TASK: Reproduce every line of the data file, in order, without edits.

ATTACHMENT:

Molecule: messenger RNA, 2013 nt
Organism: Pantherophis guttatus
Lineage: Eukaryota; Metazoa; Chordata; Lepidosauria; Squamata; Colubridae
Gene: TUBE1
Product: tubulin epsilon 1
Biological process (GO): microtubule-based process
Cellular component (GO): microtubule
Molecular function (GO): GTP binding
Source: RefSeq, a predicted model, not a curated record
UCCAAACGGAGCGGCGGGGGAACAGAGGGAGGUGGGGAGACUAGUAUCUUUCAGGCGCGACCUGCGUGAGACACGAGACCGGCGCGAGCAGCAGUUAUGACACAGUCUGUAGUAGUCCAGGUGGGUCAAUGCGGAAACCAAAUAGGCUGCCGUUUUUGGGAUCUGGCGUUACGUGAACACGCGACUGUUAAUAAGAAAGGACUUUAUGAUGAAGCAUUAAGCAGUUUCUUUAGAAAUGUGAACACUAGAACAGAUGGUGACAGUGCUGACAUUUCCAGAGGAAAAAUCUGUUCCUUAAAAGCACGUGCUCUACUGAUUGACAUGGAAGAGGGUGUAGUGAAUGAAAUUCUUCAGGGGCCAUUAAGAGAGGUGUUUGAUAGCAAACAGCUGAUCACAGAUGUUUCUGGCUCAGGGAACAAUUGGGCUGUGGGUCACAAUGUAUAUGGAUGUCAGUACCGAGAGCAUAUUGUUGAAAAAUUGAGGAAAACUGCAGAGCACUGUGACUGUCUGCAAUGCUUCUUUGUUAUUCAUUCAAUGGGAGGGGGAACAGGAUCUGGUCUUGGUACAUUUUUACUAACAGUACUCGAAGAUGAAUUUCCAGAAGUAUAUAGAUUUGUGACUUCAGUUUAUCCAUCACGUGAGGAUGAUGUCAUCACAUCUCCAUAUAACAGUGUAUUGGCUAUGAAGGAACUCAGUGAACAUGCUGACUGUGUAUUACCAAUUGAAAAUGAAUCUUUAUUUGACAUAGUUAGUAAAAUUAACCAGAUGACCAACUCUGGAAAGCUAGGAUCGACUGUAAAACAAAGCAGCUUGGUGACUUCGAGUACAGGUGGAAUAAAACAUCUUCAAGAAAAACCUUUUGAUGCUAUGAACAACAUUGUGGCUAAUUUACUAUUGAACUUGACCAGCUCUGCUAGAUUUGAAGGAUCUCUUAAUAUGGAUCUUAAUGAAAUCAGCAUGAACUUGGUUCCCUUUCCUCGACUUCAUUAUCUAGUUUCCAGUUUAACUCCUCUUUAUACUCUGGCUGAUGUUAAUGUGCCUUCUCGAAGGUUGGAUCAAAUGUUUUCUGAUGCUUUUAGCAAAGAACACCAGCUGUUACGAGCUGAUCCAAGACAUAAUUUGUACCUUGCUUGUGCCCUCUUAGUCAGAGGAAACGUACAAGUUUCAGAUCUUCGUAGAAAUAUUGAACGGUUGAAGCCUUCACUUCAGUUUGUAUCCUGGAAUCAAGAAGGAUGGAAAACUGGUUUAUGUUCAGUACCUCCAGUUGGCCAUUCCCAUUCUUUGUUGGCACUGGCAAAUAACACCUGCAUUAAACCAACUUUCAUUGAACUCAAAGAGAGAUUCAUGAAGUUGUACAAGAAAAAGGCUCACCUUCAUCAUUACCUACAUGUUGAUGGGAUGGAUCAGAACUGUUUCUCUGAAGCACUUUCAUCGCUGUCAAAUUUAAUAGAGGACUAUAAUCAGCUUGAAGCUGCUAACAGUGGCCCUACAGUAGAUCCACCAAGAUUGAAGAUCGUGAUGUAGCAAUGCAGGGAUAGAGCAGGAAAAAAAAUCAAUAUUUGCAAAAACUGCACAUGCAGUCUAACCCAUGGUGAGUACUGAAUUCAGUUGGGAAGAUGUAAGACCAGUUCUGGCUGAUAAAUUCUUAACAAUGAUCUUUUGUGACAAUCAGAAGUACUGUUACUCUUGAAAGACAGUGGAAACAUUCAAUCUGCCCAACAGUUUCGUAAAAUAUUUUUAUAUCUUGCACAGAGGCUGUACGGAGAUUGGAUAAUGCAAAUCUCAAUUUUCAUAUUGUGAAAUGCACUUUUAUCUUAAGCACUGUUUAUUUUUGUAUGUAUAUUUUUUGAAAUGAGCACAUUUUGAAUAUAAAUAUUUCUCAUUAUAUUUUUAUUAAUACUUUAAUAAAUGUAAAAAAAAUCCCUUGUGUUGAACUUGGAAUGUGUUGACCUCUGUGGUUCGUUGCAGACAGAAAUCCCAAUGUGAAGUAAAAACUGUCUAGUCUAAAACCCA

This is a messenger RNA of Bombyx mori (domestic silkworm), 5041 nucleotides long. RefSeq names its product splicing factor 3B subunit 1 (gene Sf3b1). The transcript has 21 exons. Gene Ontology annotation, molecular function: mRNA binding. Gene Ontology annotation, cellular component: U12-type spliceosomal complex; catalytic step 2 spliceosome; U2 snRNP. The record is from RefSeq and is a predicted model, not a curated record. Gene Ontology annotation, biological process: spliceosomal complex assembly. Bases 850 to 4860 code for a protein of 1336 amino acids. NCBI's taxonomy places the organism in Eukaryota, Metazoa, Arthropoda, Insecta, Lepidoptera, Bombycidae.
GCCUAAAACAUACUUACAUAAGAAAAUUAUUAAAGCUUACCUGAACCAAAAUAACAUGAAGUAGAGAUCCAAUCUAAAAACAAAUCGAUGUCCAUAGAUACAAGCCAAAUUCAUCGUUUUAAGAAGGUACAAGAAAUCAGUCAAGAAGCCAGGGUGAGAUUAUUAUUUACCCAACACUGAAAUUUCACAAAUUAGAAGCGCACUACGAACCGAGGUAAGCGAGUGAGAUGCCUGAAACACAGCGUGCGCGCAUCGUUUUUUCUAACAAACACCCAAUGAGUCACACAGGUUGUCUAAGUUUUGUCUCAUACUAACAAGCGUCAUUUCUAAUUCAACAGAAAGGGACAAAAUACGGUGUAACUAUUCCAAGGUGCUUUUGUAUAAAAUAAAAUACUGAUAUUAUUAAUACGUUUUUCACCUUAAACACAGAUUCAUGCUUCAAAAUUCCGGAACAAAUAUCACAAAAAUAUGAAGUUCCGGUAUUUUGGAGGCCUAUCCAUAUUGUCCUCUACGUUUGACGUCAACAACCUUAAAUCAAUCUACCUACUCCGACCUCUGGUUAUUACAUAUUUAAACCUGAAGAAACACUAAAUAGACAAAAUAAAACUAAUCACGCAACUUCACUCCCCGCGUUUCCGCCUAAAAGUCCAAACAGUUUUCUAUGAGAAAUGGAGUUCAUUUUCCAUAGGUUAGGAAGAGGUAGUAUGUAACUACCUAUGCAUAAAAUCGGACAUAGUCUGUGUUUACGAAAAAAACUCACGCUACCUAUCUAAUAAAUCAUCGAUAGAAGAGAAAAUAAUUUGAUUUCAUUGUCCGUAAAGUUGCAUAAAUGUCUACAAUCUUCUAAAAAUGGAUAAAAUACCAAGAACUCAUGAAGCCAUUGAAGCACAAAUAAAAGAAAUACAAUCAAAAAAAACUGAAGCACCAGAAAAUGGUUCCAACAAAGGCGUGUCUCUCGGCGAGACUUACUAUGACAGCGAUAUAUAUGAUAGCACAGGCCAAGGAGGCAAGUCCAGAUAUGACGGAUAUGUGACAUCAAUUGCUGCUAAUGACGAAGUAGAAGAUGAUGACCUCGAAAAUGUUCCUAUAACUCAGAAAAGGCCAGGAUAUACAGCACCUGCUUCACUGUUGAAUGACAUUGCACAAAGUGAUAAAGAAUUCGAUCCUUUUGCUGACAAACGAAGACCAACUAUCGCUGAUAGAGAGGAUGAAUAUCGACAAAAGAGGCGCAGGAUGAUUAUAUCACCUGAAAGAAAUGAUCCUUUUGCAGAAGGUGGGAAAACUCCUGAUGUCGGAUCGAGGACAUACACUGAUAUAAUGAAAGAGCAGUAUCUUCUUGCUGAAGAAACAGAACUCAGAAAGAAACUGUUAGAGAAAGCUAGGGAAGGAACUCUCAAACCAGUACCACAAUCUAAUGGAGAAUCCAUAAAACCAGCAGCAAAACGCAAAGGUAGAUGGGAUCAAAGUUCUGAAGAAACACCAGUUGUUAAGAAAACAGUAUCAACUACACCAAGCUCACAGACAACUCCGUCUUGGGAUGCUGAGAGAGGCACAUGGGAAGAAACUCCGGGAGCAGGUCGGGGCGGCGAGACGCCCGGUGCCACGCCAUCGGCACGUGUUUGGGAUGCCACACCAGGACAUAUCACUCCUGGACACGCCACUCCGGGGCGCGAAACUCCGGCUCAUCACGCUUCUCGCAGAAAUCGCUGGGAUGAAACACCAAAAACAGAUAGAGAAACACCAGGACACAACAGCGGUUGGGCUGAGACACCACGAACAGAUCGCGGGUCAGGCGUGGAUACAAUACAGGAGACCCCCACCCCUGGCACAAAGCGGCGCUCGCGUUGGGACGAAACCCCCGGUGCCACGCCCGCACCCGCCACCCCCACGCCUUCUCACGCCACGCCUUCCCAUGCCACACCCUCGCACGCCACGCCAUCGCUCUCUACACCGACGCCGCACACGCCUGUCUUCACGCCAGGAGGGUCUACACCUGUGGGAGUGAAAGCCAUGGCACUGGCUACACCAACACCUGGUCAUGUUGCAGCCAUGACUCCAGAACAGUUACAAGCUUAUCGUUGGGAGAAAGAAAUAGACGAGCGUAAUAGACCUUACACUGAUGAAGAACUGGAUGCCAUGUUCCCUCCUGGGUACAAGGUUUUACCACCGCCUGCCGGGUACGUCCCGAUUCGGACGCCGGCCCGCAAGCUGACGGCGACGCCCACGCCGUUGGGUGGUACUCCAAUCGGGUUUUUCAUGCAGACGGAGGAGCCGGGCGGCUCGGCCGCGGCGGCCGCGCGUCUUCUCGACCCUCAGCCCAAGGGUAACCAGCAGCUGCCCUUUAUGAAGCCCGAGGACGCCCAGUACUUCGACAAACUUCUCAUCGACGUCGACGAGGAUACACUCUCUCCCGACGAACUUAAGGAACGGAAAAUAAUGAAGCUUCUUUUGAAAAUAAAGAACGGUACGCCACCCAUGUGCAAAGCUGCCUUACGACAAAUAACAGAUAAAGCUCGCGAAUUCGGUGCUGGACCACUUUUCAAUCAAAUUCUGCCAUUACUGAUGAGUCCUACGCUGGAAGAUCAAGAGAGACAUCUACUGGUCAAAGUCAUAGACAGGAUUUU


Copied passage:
Molecule: messenger RNA, 2013 nt
Organism: Pantherophis guttatus
Lineage: Eukaryota; Metazoa; Chordata; Lepidosauria; Squamata; Colubridae
Gene: TUBE1
Product: tubulin epsilon 1
Biological process (GO): microtubule-based process
Cellular component (GO): microtubule
Molecular function (GO): GTP binding
Source: RefSeq, a predicted model, not a curated record
UCCAAACGGAGCGGCGGGGGAACAGAGGGAGGUGGGGAGACUAGUAUCUUUCAGGCGCGACCUGCGUGAGACACGAGACCGGCGCGAGCAGCAGUUAUGACACAGUCUGUAGUAGUCCAGGUGGGUCAAUGCGGAAACCAAAUAGGCUGCCGUUUUUGGGAUCUGGCGUUACGUGAACACGCGACUGUUAAUAAGAAAGGACUUUAUGAUGAAGCAUUAAGCAGUUUCUUUAGAAAUGUGAACACUAGAACAGAUGGUGACAGUGCUGACAUUUCCAGAGGAAAAAUCUGUUCCUUAAAAGCACGUGCUCUACUGAUUGACAUGGAAGAGGGUGUAGUGAAUGAAAUUCUUCAGGGGCCAUUAAGAGAGGUGUUUGAUAGCAAACAGCUGAUCACAGAUGUUUCUGGCUCAGGGAACAAUUGGGCUGUGGGUCACAAUGUAUAUGGAUGUCAGUACCGAGAGCAUAUUGUUGAAAAAUUGAGGAAAACUGCAGAGCACUGUGACUGUCUGCAAUGCUUCUUUGUUAUUCAUUCAAUGGGAGGGGGAACAGGAUCUGGUCUUGGUACAUUUUUACUAACAGUACUCGAAGAUGAAUUUCCAGAAGUAUAUAGAUUUGUGACUUCAGUUUAUCCAUCACGUGAGGAUGAUGUCAUCACAUCUCCAUAUAACAGUGUAUUGGCUAUGAAGGAACUCAGUGAACAUGCUGACUGUGUAUUACCAAUUGAAAAUGAAUCUUUAUUUGACAUAGUUAGUAAAAUUAACCAGAUGACCAACUCUGGAAAGCUAGGAUCGACUGUAAAACAAAGCAGCUUGGUGACUUCGAGUACAGGUGGAAUAAAACAUCUUCAAGAAAAACCUUUUGAUGCUAUGAACAACAUUGUGGCUAAUUUACUAUUGAACUUGACCAGCUCUGCUAGAUUUGAAGGAUCUCUUAAUAUGGAUCUUAAUGAAAUCAGCAUGAACUUGGUUCCCUUUCCUCGACUUCAUUAUCUAGUUUCCAGUUUAACUCCUCUUUAUACUCUGGCUGAUGUUAAUGUGCCUUCUCGAAGGUUGGAUCAAAUGUUUUCUGAUGCUUUUAGCAAAGAACACCAGCUGUUACGAGCUGAUCCAAGACAUAAUUUGUACCUUGCUUGUGCCCUCUUAGUCAGAGGAAACGUACAAGUUUCAGAUCUUCGUAGAAAUAUUGAACGGUUGAAGCCUUCACUUCAGUUUGUAUCCUGGAAUCAAGAAGGAUGGAAAACUGGUUUAUGUUCAGUACCUCCAGUUGGCCAUUCCCAUUCUUUGUUGGCACUGGCAAAUAACACCUGCAUUAAACCAACUUUCAUUGAACUCAAAGAGAGAUUCAUGAAGUUGUACAAGAAAAAGGCUCACCUUCAUCAUUACCUACAUGUUGAUGGGAUGGAUCAGAACUGUUUCUCUGAAGCACUUUCAUCGCUGUCAAAUUUAAUAGAGGACUAUAAUCAGCUUGAAGCUGCUAACAGUGGCCCUACAGUAGAUCCACCAAGAUUGAAGAUCGUGAUGUAGCAAUGCAGGGAUAGAGCAGGAAAAAAAAUCAAUAUUUGCAAAAACUGCACAUGCAGUCUAACCCAUGGUGAGUACUGAAUUCAGUUGGGAAGAUGUAAGACCAGUUCUGGCUGAUAAAUUCUUAACAAUGAUCUUUUGUGACAAUCAGAAGUACUGUUACUCUUGAAAGACAGUGGAAACAUUCAAUCUGCCCAACAGUUUCGUAAAAUAUUUUUAUAUCUUGCACAGAGGCUGUACGGAGAUUGGAUAAUGCAAAUCUCAAUUUUCAUAUUGUGAAAUGCACUUUUAUCUUAAGCACUGUUUAUUUUUGUAUGUAUAUUUUUUGAAAUGAGCACAUUUUGAAUAUAAAUAUUUCUCAUUAUAUUUUUAUUAAUACUUUAAUAAAUGUAAAAAAAAUCCCUUGUGUUGAACUUGGAAUGUGUUGACCUCUGUGGUUCGUUGCAGACAGAAAUCCCAAUGUGAAGUAAAAACUGUCUAGUCUAAAACCCA

This is a messenger RNA of Bombyx mori (domestic silkworm), 5041 nucleotides long. RefSeq names its product splicing factor 3B subunit 1 (gene Sf3b1). The transcript has 21 exons. Gene Ontology annotation, molecular function: mRNA binding. Gene Ontology annotation, cellular component: U12-type spliceosomal complex; catalytic step 2 spliceosome; U2 snRNP. The record is from RefSeq and is a predicted model, not a curated record. Gene Ontology annotation, biological process: spliceosomal complex assembly. Bases 850 to 4860 code for a protein of 1336 amino acids. NCBI's taxonomy places the organism in Eukaryota, Metazoa, Arthropoda, Insecta, Lepidoptera, Bombycidae.
GCCUAAAACAUACUUACAUAAGAAAAUUAUUAAAGCUUACCUGAACCAAAAUAACAUGAAGUAGAGAUCCAAUCUAAAAACAAAUCGAUGUCCAUAGAUACAAGCCAAAUUCAUCGUUUUAAGAAGGUACAAGAAAUCAGUCAAGAAGCCAGGGUGAGAUUAUUAUUUACCCAACACUGAAAUUUCACAAAUUAGAAGCGCACUACGAACCGAGGUAAGCGAGUGAGAUGCCUGAAACACAGCGUGCGCGCAUCGUUUUUUCUAACAAACACCCAAUGAGUCACACAGGUUGUCUAAGUUUUGUCUCAUACUAACAAGCGUCAUUUCUAAUUCAACAGAAAGGGACAAAAUACGGUGUAACUAUUCCAAGGUGCUUUUGUAUAAAAUAAAAUACUGAUAUUAUUAAUACGUUUUUCACCUUAAACACAGAUUCAUGCUUCAAAAUUCCGGAACAAAUAUCACAAAAAUAUGAAGUUCCGGUAUUUUGGAGGCCUAUCCAUAUUGUCCUCUACGUUUGACGUCAACAACCUUAAAUCAAUCUACCUACUCCGACCUCUGGUUAUUACAUAUUUAAACCUGAAGAAACACUAAAUAGACAAAAUAAAACUAAUCACGCAACUUCACUCCCCGCGUUUCCGCCUAAAAGUCCAAACAGUUUUCUAUGAGAAAUGGAGUUCAUUUUCCAUAGGUUAGGAAGAGGUAGUAUGUAACUACCUAUGCAUAAAAUCGGACAUAGUCUGUGUUUACGAAAAAAACUCACGCUACCUAUCUAAUAAAUCAUCGAUAGAAGAGAAAAUAAUUUGAUUUCAUUGUCCGUAAAGUUGCAUAAAUGUCUACAAUCUUCUAAAAAUGGAUAAAAUACCAAGAACUCAUGAAGCCAUUGAAGCACAAAUAAAAGAAAUACAAUCAAAAAAAACUGAAGCACCAGAAAAUGGUUCCAACAAAGGCGUGUCUCUCGGCGAGACUUACUAUGACAGCGAUAUAUAUGAUAGCACAGGCCAAGGAGGCAAGUCCAGAUAUGACGGAUAUGUGACAUCAAUUGCUGCUAAUGACGAAGUAGAAGAUGAUGACCUCGAAAAUGUUCCUAUAACUCAGAAAAGGCCAGGAUAUACAGCACCUGCUUCACUGUUGAAUGACAUUGCACAAAGUGAUAAAGAAUUCGAUCCUUUUGCUGACAAACGAAGACCAACUAUCGCUGAUAGAGAGGAUGAAUAUCGACAAAAGAGGCGCAGGAUGAUUAUAUCACCUGAAAGAAAUGAUCCUUUUGCAGAAGGUGGGAAAACUCCUGAUGUCGGAUCGAGGACAUACACUGAUAUAAUGAAAGAGCAGUAUCUUCUUGCUGAAGAAACAGAACUCAGAAAGAAACUGUUAGAGAAAGCUAGGGAAGGAACUCUCAAACCAGUACCACAAUCUAAUGGAGAAUCCAUAAAACCAGCAGCAAAACGCAAAGGUAGAUGGGAUCAAAGUUCUGAAGAAACACCAGUUGUUAAGAAAACAGUAUCAACUACACCAAGCUCACAGACAACUCCGUCUUGGGAUGCUGAGAGAGGCACAUGGGAAGAAACUCCGGGAGCAGGUCGGGGCGGCGAGACGCCCGGUGCCACGCCAUCGGCACGUGUUUGGGAUGCCACACCAGGACAUAUCACUCCUGGACACGCCACUCCGGGGCGCGAAACUCCGGCUCAUCACGCUUCUCGCAGAAAUCGCUGGGAUGAAACACCAAAAACAGAUAGAGAAACACCAGGACACAACAGCGGUUGGGCUGAGACACCACGAACAGAUCGCGGGUCAGGCGUGGAUACAAUACAGGAGACCCCCACCCCUGGCACAAAGCGGCGCUCGCGUUGGGACGAAACCCCCGGUGCCACGCCCGCACCCGCCACCCCCACGCCUUCUCACGCCACGCCUUCCCAUGCCACACCCUCGCACGCCACGCCAUCGCUCUCUACACCGACGCCGCACACGCCUGUCUUCACGCCAGGAGGGUCUACACCUGUGGGAGUGAAAGCCAUGGCACUGGCUACACCAACACCUGGUCAUGUUGCAGCCAUGACUCCAGAACAGUUACAAGCUUAUCGUUGGGAGAAAGAAAUAGACGAGCGUAAUAGACCUUACACUGAUGAAGAACUGGAUGCCAUGUUCCCUCCUGGGUACAAGGUUUUACCACCGCCUGCCGGGUACGUCCCGAUUCGGACGCCGGCCCGCAAGCUGACGGCGACGCCCACGCCGUUGGGUGGUACUCCAAUCGGGUUUUUCAUGCAGACGGAGGAGCCGGGCGGCUCGGCCGCGGCGGCCGCGCGUCUUCUCGACCCUCAGCCCAAGGGUAACCAGCAGCUGCCCUUUAUGAAGCCCGAGGACGCCCAGUACUUCGACAAACUUCUCAUCGACGUCGACGAGGAUACACUCUCUCCCGACGAACUUAAGGAACGGAAAAUAAUGAAGCUUCUUUUGAAAAUAAAGAACGGUACGCCACCCAUGUGCAAAGCUGCCUUACGACAAAUAACAGAUAAAGCUCGCGAAUUCGGUGCUGGACCACUUUUCAAUCAAAUUCUGCCAUUACUGAUGAGUCCUACGCUGGAAGAUCAAGAGAGACAUCUACUGGUCAAAGUCAUAGACAGGAUUUU